You’ve just heard an awesome song on the radio that you absolutely have to add to your music library, but you don’t feel like dropping $0.99 at iTunes or Amazon, so you logged onto your favorite “free music” web site and downloaded the song. It seemed harmless enough. I mean, sure, the song was probably pirated, but it’s not like anyone got hurt, right?
Now, I’m not going to lecture you on how downloading pirated music opens your computer to viruses, or how the Recording Industry Association of America (RIAA) might slap you with fines of hundreds, thousands or even millions of dollars. I am going to say this: downloading pirated music is wrong, plain and simple.
You might think that downloading songs without paying for them doesn’t hurt anyone. But by not paying, you cheat the artists who record the songs, the songwriters who wrote the lyrics and the studios who distribute the music.
Yes, they might all be obscenely rich and not need the money, but under the law, they still deserve payment.
“But,” you might argue, “It’s only ninety-nine cents!” Exactly. It’s less than a dollar, maybe a bit more if the song is popular. They’re not asking you to pay through the nose for the music you enjoy so much.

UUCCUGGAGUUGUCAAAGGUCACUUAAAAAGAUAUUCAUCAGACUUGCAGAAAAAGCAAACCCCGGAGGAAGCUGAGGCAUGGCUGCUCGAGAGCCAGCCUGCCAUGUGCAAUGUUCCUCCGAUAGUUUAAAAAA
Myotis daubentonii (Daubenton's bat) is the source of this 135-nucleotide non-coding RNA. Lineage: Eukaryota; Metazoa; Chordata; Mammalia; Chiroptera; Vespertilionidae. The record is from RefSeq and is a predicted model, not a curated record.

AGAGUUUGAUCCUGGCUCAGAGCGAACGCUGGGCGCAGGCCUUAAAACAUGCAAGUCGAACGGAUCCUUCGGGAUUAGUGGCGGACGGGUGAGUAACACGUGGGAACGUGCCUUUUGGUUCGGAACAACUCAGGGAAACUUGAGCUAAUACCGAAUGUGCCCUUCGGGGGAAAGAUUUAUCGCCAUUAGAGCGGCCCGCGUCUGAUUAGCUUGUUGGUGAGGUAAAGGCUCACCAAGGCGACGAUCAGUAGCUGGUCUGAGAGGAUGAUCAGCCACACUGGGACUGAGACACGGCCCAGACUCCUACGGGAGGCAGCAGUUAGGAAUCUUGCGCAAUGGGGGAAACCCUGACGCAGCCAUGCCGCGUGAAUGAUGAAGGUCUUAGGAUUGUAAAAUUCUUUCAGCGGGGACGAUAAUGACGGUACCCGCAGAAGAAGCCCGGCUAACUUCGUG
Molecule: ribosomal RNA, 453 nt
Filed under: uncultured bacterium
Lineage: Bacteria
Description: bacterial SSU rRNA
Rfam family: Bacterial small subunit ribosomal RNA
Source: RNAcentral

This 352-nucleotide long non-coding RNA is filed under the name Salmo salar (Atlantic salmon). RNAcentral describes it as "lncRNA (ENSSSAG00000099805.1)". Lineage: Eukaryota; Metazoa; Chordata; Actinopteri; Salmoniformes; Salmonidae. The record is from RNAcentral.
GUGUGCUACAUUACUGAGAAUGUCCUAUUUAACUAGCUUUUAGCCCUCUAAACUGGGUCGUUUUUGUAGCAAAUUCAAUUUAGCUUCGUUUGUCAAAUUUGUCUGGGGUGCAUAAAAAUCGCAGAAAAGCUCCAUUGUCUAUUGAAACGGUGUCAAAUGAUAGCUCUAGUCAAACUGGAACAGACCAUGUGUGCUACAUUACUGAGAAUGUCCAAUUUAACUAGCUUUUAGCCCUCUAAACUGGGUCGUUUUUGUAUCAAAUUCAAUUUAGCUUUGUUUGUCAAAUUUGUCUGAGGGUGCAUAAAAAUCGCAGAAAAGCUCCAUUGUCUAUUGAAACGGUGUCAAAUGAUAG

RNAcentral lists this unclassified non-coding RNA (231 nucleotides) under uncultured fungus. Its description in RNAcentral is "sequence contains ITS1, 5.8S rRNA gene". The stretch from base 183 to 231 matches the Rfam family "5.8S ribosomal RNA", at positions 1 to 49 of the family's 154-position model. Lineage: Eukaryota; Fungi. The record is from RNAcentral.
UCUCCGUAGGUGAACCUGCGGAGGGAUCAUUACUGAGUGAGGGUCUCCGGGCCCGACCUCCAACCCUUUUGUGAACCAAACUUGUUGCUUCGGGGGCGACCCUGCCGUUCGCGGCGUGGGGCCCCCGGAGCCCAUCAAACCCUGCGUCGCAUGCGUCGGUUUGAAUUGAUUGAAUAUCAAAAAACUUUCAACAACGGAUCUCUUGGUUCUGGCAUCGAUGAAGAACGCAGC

Granted, college students aren’t swimming in money, but I have yet to meet a student here on campus who couldn’t spare a buck to buy his or her favorite song.
The fact of the matter is that downloading pirated music is against the law. When you download a pirated song, you are taking something that does not belong to you without paying for it. Not only is that illegal, it is also morally and ethically wrong.
Eastern is a Christian school, with a predominantly Christian student population. As a Christians, you should be holding yourself to a higher standard and following the morally and ethically correct path. In other words, you should not be downloading music without paying for it.
So the next time you hear a great song on the radio that you absolutely have to add to your library and your first thought is to turn to pirated music, stop for a minute and ask yourself, “Should I be doing this? Is this the moral, ethical and Christian thing to do?”
If you answer “no” to any of those, then put the mouse down, step back from the computer, take a deep breath and ask yourself if you really want the song badly enough to steal it. If you do really want it that bad, then find a web site where you can legally purchase it.